PS: Sacramento-area folk: there are still slots open in the Sacramento section of Rae’s Creative Nonfiction workshop at the Sacramento Poetry Center (Wednesday nights 7-9 PM, January 12-April 27, $375). If you're interested, email and she'll forward the info and the registration form to you again—they start soon!


—Carl Bernard Schwartz

Setting out to emulate
Ludwig von Beethoven
who is said to have composed
entire symphonies while
strolling in the forest, I
grabbed some writing
utensils and went outdoors.

Oakwood, Woodside, The
Meadows, Sierra [all kinds
of second names], each one
comprised of private property
honeycomb apartments,
managed by this and that LLC,
LLP, or HOA, whatever.

One had to have a vested
interest in the real estate to
get close enough to see, hear,
smell and feel the life in the
few remaining trees.

Maybe a regional, state, or
national park would be the
answer. Tourists, admission
fees, long lists of restrictions.
Maybe not.

What if heaven itself is now
populated by investors and
regulated by lawyers?

I’m siding toward leaving the
forest behind and heading out
to sea past the three mile limit,
to where music and life simply
stop when they are done instead
of expiring like contracts.


—William Bronk

Kortlandt, who studied chimpanzees in the wild, concealed
within his blind, would sometimes see them find
his eyes, and stare in thought and wander off.
Contemplation and doubt were what he saw
or thought he saw, behind their searching eyes
these times and others, as if they tried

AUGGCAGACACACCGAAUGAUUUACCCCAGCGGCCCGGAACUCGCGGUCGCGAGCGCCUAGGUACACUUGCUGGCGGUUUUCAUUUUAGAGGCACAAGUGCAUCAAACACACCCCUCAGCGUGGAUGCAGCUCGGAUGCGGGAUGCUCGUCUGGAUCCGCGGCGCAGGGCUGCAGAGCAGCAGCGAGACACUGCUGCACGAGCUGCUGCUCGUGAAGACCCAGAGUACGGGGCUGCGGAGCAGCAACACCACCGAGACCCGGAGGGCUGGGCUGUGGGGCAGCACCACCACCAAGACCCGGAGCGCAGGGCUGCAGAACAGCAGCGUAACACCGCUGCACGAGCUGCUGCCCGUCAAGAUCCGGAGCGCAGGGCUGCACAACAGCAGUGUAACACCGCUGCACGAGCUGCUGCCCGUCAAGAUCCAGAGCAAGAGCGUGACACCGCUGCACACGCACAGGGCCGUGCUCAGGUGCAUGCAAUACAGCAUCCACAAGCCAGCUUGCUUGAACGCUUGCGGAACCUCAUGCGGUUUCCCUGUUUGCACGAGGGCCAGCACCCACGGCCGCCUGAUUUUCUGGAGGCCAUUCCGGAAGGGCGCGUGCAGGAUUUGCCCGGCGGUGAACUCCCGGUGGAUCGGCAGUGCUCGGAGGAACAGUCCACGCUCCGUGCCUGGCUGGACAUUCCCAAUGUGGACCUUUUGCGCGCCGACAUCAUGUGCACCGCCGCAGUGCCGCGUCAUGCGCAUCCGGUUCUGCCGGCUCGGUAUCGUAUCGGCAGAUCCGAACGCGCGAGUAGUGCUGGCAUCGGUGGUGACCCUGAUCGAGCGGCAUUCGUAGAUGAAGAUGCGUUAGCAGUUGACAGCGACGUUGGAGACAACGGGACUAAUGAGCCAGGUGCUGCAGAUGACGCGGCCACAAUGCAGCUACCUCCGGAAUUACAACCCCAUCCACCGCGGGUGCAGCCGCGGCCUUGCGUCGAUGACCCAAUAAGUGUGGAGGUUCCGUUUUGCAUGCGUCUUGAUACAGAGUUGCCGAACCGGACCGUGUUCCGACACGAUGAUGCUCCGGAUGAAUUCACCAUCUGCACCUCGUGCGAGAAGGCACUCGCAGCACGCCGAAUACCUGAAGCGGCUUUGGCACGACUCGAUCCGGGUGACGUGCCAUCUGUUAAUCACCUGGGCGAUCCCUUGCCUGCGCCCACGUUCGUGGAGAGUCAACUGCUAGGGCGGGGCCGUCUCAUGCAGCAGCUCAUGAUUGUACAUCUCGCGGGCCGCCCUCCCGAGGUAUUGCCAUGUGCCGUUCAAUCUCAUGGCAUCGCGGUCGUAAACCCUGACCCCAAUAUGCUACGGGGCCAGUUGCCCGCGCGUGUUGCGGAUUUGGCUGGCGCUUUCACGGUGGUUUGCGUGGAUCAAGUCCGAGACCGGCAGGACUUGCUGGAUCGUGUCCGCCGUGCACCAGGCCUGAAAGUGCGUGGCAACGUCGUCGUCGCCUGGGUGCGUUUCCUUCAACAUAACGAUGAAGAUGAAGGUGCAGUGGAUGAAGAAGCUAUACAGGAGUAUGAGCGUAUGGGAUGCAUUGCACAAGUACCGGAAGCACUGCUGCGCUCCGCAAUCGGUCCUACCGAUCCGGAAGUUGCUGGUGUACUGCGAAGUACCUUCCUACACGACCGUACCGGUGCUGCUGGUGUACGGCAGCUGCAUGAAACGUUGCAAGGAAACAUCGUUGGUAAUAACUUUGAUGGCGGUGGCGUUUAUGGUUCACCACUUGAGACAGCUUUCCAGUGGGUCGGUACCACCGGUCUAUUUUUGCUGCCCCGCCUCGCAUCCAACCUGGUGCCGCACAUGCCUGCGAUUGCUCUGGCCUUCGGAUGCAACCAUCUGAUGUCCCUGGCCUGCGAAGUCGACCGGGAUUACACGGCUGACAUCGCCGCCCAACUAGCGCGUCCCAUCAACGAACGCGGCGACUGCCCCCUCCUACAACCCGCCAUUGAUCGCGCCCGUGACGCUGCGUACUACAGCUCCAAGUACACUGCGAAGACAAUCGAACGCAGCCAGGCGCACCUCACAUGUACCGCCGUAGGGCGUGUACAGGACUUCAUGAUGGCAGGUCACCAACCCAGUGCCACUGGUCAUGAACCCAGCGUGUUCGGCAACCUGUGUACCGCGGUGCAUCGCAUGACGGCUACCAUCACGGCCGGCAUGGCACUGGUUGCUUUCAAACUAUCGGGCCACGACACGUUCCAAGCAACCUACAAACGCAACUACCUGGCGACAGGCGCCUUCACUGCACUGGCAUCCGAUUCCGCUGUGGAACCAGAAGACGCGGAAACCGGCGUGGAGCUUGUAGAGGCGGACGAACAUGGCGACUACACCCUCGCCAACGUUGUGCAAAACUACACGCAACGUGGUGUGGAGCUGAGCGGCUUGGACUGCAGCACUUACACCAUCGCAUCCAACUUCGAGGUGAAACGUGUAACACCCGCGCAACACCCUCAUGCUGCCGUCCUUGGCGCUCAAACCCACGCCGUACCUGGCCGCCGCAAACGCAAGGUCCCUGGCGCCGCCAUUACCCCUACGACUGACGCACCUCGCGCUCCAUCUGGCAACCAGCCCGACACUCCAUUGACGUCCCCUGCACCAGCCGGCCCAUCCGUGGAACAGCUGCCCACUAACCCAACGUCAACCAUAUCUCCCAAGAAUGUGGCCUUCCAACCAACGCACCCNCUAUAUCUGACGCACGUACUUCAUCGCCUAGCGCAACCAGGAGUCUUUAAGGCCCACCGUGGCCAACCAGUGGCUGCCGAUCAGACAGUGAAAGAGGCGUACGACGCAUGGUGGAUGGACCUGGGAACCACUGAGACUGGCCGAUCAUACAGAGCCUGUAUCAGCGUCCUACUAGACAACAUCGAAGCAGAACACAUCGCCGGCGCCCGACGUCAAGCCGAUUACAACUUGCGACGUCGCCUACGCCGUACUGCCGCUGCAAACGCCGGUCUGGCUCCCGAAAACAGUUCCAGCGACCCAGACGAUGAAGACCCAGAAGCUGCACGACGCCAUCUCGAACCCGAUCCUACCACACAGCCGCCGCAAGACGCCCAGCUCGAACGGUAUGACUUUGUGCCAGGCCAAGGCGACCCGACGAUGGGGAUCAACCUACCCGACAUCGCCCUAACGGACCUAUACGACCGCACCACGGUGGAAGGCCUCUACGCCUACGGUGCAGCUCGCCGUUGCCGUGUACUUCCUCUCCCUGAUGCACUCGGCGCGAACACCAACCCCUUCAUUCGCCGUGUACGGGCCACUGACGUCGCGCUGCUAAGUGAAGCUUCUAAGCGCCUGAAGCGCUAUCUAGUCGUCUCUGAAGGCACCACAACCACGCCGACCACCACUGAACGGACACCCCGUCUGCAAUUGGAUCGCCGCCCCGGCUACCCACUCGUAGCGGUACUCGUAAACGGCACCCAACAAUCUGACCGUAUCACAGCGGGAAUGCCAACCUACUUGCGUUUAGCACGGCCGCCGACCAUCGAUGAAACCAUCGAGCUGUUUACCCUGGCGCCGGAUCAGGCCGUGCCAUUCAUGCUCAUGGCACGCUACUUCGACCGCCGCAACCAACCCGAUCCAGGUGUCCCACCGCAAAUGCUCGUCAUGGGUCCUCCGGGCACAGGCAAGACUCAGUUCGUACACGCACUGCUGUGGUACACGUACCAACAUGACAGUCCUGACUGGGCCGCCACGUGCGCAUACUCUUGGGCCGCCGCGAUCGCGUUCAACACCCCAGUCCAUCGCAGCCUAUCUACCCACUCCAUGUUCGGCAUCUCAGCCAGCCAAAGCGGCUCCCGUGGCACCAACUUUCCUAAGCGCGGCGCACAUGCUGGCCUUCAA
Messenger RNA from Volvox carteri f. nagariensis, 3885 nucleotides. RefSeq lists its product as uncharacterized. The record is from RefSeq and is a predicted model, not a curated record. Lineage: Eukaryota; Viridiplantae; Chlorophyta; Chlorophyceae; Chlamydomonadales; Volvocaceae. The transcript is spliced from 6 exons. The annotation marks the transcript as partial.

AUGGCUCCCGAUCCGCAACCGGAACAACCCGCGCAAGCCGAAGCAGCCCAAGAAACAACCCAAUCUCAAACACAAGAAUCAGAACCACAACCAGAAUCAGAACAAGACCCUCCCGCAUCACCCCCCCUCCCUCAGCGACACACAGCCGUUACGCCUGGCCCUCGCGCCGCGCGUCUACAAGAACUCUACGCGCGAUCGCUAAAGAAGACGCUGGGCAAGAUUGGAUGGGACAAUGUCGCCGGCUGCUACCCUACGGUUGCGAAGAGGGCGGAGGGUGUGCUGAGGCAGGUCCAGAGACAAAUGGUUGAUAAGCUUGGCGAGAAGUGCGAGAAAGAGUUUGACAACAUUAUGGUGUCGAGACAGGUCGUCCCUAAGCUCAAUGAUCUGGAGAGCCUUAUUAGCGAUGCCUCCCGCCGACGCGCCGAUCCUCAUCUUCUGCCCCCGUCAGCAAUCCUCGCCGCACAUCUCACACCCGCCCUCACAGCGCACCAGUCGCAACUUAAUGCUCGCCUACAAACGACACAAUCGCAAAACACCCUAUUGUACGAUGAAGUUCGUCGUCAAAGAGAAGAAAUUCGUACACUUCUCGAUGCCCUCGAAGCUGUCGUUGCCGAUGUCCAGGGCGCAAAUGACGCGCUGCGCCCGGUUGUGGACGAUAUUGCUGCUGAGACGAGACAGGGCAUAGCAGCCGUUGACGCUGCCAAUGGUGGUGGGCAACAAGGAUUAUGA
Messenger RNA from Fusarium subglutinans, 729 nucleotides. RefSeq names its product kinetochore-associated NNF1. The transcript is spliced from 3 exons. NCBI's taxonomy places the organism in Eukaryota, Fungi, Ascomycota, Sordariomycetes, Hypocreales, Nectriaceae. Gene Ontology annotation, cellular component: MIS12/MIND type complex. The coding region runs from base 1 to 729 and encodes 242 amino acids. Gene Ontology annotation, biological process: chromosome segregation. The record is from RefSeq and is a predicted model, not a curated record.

to make sense of an always, or often, puzzling world.

It seems a sad as well as a wondrous thing.

He doesn't say, but he leaves the thought to occur
that our primate nature could be, not as we think
it is: to know, but only to be disturbed,
as these simpler beasts are disturbed, in their simpler world,
that all the unknown should strike us, even though
it stops at that. No more. We stare in thought.


—William Bronk

He lets us into a room which must
be any room in an ordinary
house on a street where buses, perhaps,
go past us, or once we arrived just
too late to watch a parade. This
is a city, anyway, where
we always seem to be at the wrong
season; the weather is bad, and our friends
are somewhere else. Here in the room
though, there is a fragrance we had all
but forgotten from somewhere, and all around
us, a great ingathering of lovely things
from such long distances of time
and space, we marvel to see again,
and for once together, what we have failed
before to connect. Or so it seems.
Does it matter than on a second look
the room is empty, or if not that,
that the things that are gathered here are things
we never saw before? No.
With what sweet eloquence
these objects speak and ask no reply;
for listen, it is we, ourselves, who sing.


Today's LittleNip: 

—Robin Gale Odam, Sacramento

random act molotov cocktail thrown through the
window of the home of a 102-year-old woman
just before midnight last night when asked
if she has any enemies she smiled her
old woman smile and said “Oh yeah!”



Another photo from the Rattlesnake Museum
courtesy of Cynthia Linville, Sacramento